It read: ‘Crews are reminded that there are no… requirements to change the MCP [mode control panel] after landing or shutdown.
It appears that the aircraft had both a tyre and flap overspeed event, going too fast on the ground for the tyres and too fast in the air for the wing flaps they had selected
Long-haul airline captain
‘There have been times when the MCP “altitude window” has been set to the airport elevation, which may cause issues on the subsequent departure. Crews shall not set airport elevation on the MCP after landing or shut down.’
One theory is that the previous crew had set the ‘autopilot altitude target window’ to 0000 when they shut the aircraft down and that this put the ‘flight director’ into the wrong mode, ‘maintain selected altitude’, instead of TOGA (take-off/go-around).
Put simply, the ‘flight director’ is a cross that gives lateral and vertical guidance on the ‘Primary Flight Display’ (artificial horizon) screen in the cockpit – it indicates the pitch ‘attitude’ that the aircraft should be flown at. And in this instance, it’s possible that it was directing the crew to point the aircraft too low on take-off and not at the correct 12 to 15 per cent angle.
The flight director doesn’t control the aircraft, it’s a guide, and the autopilot in a 777 doesn’t kick in until at least 200ft in altitude, so as the plane is going down the runway, the pilots are in full manual control.
However, it could be, the Boeing captain said, that the pilots became distracted by the unusual computer indications.
He said: ‘The flight director bar should indicate the target pitch attitude for take-off and it is up to the pilot to rotate the aircraft up to this attitude to climb away at a safe speed.
‘”Rotate” is called by the monitoring pilot – the one not with hands on the controls – and the handling pilot then pulls back on the control column to rotate the aircraft to the take-off pitch attitude.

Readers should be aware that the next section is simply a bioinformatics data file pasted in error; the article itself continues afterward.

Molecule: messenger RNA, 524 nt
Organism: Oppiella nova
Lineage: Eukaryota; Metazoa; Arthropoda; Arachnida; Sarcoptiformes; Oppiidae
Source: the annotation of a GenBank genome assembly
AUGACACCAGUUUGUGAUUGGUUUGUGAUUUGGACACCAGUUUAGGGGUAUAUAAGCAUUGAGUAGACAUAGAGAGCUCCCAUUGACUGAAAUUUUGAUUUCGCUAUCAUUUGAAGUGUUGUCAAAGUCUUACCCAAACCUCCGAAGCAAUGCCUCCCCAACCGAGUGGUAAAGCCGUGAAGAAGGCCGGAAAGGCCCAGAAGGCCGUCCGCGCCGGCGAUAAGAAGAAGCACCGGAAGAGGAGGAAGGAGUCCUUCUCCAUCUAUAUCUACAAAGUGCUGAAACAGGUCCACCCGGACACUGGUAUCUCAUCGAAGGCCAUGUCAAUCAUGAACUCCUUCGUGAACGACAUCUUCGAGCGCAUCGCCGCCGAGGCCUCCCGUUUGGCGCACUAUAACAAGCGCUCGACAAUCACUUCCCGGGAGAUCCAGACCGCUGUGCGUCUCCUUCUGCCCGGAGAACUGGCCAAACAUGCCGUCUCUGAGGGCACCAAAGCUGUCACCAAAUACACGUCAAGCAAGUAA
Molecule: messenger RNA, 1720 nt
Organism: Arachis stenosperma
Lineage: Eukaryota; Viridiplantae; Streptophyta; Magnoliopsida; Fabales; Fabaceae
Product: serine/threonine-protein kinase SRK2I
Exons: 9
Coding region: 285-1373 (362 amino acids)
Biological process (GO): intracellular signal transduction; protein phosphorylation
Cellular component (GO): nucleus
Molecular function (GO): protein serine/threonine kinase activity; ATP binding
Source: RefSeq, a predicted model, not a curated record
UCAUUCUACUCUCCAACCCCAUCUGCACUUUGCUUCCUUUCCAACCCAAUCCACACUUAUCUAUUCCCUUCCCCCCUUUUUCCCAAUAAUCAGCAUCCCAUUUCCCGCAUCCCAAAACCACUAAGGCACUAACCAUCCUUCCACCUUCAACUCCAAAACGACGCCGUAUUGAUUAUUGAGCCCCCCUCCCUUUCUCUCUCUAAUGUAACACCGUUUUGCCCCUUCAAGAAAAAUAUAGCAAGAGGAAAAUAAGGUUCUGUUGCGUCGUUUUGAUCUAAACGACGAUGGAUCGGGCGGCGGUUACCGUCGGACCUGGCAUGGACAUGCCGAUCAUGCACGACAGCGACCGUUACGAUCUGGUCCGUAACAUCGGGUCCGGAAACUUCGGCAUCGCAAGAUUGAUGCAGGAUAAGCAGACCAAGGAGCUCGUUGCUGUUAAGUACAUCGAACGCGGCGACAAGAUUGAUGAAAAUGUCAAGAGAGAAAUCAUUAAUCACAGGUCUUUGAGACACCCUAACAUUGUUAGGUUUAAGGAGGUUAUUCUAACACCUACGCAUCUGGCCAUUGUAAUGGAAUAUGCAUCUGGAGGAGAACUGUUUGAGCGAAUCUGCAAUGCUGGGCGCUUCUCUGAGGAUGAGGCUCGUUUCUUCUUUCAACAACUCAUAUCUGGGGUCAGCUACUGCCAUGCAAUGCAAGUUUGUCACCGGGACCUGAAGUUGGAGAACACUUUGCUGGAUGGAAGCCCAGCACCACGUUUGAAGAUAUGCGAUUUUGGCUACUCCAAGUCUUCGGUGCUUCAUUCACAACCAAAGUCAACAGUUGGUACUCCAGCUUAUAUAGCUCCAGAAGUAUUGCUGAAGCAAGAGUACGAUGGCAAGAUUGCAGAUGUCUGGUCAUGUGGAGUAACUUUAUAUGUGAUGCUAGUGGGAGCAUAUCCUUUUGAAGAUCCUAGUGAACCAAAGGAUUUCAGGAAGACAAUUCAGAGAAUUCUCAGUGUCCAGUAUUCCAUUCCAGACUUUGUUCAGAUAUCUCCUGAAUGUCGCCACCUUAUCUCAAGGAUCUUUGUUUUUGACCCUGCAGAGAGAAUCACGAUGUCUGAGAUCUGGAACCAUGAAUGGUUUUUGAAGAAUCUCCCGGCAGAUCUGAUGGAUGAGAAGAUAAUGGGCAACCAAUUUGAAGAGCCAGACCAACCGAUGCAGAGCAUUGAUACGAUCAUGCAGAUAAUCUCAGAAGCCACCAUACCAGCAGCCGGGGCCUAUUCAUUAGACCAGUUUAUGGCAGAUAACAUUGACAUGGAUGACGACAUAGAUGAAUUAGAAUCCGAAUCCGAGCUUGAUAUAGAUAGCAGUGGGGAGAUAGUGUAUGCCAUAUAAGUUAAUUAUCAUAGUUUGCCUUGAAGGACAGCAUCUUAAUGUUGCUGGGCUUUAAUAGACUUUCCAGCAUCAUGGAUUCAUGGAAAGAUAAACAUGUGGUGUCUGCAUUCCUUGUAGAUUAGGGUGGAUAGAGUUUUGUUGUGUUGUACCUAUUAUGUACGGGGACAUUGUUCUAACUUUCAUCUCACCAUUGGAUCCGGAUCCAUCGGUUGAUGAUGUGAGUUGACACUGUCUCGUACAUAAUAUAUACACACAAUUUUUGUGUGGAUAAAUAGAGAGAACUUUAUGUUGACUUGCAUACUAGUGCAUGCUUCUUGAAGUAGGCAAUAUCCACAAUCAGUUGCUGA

‘If he/she doesn’t call “rotate”, then the handling pilot should do it anyway as they should be monitoring aircraft speed during the take-off roll [the correct take-off speed is worked out beforehand depending on the aircraft’s weight and weather conditions]. My guess here is that the monitoring pilot was confused by the strange appearance of the flight director – again I’m guessing here that it was in ALT mode not TOGA – and “tunnelled in” on that distraction, missing the necessary call of “rotate”. ‘
There is speculation that an incorrect ‘target’ post-take-off altitude had been inputted into the plane’s mode control panel (stock image above) before take-off
TOP TABLE: This data from Flightradar24, published by Onemileatatime.com, shows how the December 20 flight was still on the ground at 216 knots (248mph). BOTTOM TABLE: This data is from the same service, but a few days earlier. The figures on the far right show speed in knots and in the column to the left, altitude in feet
He added: ‘It appears that once the error was identified, they managed to engage some suitable autopilot modes, climb the aircraft and retract the flaps – but this took time with the aircraft travelling much faster than would be normal for the altitude they were at.
‘I would guess that some Emirates pilots have generated a “habit” of setting 0000 in the autopilot altitude target window as part of shutting the aircraft down. Why? Probably because they thought it was a good idea in order to prevent possible altitude setting errors by the next crew – because everybody knows 0000 is incorrect.
‘The issue is that if the setting of 0000 is missed in the cockpit setup, it has the ability to generate some dire consequences. The moral of the story – operate the aircraft to Boeing/Emirates standard operating procedures, don’t introduce procedures of your own, particularly in critical areas.’
Another pilot, who has previously worked for Emirates, added: ‘Any airline pilot knows that if the flight director fails or gives wrong commands you just ignore it and fly the airplane.’
An Emirates spokesperson said: ‘We can confirm that a technical incident occurred on the departure of EK231 on 20 December 2021. The flight continued safely to its destination, and after technical clearances the aircraft operated the return flight to Dubai. The incident is under investigation, and we are unable to provide further comment at this time. Safety is at the heart of everything we do and would never be compromised.’
The U.S Federal Aviation Administration (FAA) said: ‘The FAA is aware of this incident. Civil aviation authorities in the United Arab Emirates are in charge of the investigation.’
It is the first of two potentially disastrous incidents in Dubai within weeks of each other. The second involved Emirates flight EK524 – also a Boeing 777 – going to Hyderabad on January 9, which rolled without clearance while another plane was crossing the same runway.